Scenes From the First Vermont Cannabis Convention | Off Message

Scenes From the First Vermont Cannabis Convention


Enthusiasm was high.
  • Enthusiasm was high.
So abundant were the CBD-infused treats Saturday at the Vermont Cannabis & Hemp Convention that even the dogs were getting in on the action.

Well, one anyway: Maple, a Spinone Italiano, sat quietly with her owner, Rachael Henne, at the table for RopaNa LLC, a CBD company from White River Junction. When Henne retrieved a vial of CBD, which is heralded for its supposed anti-anxiety and anti-inflammatory properties, Maple licked voraciously from the dropper.

The pooch has anxiety, said Henne, and needed the stuff to cope with the buzzing crowd inside the DoubleTree by Hilton in South Burlington. A vet recommended Maple take Xanax, but Henne said she knew the healing power of CBD — and it's worked.

"Every time we take the bottle out, even for ourselves, she gets really excited and runs over," said Henne, whose company name means "heal oneself" in Sanskrit. And, at least to this observer, Maple was certainly chill.

RopaNa was one of about 65 exhibitors from around the country participating in the two-day convention, the first of its kind in Vermont. Attendees flitted from booth to booth, trying CBD-infused goodies such as maple candies, fudge, honey, kombucha, coffee, lollipops and CBD hemp joints. The extract was also on offer in salves, lotions, tinctures, massage oils, soaps and even CBD hand sanitizer.

Industry entrepreneurs hawked items of all kinds: grow lights, pipes, machines that extract CBD from hemp plants, security systems, grinders and hemp plants.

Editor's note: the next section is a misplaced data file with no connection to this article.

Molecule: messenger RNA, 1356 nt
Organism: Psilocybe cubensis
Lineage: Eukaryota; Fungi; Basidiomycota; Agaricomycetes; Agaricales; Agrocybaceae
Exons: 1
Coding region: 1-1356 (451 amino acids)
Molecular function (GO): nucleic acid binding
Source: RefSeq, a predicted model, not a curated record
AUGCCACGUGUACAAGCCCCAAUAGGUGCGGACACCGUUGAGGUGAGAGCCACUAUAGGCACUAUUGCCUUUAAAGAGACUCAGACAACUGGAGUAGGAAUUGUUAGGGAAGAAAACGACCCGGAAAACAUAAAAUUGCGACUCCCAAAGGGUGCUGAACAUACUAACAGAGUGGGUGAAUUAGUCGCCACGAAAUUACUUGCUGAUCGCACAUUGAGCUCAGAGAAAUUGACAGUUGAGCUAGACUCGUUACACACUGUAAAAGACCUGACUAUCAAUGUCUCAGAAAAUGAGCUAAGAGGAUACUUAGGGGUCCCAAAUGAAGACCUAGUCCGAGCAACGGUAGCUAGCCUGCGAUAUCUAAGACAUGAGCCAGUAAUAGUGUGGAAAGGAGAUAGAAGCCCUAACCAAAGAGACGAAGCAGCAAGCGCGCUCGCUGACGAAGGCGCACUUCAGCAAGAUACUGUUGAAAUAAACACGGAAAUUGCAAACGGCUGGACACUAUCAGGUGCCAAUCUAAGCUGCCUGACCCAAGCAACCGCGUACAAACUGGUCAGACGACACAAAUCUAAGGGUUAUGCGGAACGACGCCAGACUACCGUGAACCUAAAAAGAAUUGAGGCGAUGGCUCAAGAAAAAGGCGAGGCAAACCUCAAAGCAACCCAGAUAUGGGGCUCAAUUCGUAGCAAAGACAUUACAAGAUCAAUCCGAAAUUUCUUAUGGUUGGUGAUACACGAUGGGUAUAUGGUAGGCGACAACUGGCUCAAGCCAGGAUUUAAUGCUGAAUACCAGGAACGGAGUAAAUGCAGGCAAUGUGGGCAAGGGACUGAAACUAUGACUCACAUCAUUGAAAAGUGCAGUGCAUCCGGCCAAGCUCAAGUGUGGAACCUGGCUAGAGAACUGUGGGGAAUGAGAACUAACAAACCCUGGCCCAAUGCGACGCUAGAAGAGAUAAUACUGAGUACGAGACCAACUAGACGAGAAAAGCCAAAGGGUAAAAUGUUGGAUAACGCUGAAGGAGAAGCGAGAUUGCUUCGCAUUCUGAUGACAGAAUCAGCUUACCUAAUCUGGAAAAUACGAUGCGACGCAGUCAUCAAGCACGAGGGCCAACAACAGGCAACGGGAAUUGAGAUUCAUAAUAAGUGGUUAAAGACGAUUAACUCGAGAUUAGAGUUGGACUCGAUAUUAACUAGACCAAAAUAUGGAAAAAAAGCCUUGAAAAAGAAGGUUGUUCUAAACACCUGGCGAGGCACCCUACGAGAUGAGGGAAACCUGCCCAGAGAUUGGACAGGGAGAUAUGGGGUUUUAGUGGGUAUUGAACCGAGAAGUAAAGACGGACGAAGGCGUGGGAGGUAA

The skunky smell of cannabis was omnipresent, as were 420 puns.
Over in the auditorium, experts spoke in front of standing-room-only crowds about getting a job in the cannabis industry. Some gave tutorials on becoming a medical marijuana patient or caregiver.

Outside, the Bern Gallery held glassblowing competitions in the parking lot as reggae blared from speakers and food trucks stood by, ready to feed the hungry hordes.

By midafternoon Saturday, Kathy Blume of Heady Vermont, the host of the event, said the turnout was on track to beat their expectations that 1,000 people would attend the event this weekend.

"It's a really nice cross-section of businesses in the industry," she said. "Everyone's excited to be here."

As for the chill vibe emanating from attendees? "It says a lot about allaying the fears of people who worry we're going to descend into Reefer Madness," Blume said.

The event continues Sunday from 11 a.m. to 5 p.m. Click here for more information.

Correction, May 14, 2018: A previous version of this story misidentified Rachael Henne.

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